Instead, the statement that has come from a source close to him suggests Mr Johnson wants to turn this into a debate about whether or not women should wear the burka at all.
Keeping a high profile is important to Mr Johnson.
He is seen by some in the Conservative Party as a contender for leadership - particularly since his resignation in which he criticised the prime minister's plan for Brexit.
But he risks being seen as weak if he is forced into an apology by the party chairman.
So his refusal to apologise, and an attempt to now put himself on the side of "liberal values", could be an example of Mr Johnson trying to save face while maintaining his profile.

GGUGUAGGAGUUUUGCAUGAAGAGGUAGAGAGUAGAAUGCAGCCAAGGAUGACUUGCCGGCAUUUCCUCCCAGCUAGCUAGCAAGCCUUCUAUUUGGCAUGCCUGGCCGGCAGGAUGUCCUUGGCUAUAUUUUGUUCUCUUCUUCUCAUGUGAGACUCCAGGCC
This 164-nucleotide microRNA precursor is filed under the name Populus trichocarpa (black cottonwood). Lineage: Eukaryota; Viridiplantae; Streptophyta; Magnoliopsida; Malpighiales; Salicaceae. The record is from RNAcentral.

Former Conservative chairwoman Baroness Warsi, the first Muslim woman to sit in a British cabinet, welcomed Mr Lewis's intervention and called for disciplinary action against Mr Johnson if he did not apologise.
She described the remarks as "offensive and deliberately provocative, but very clever politics".
A debate about the burka should be had "in a serious way", she said, rather than "trying to get airtime and attention on an issue which he knows will resonate with a certain part of the Tory Party".
Shazia Awan-Scully, a Muslim who ran as a Conservative candidate in 2010, said she did not agree with wearing the burka but it was up to women to make up their own minds.
She told BBC Radio 4's PM programme: "Some women choose to wear it, some women are conditioned to wear it, but it's certainly out of the question for me to tell a woman what to wear."
She added that the language used by Mr Johnson showed he was "pandering to this Islamophobic attitude bubbling away in the Conservative Party", which she said she had experienced herself.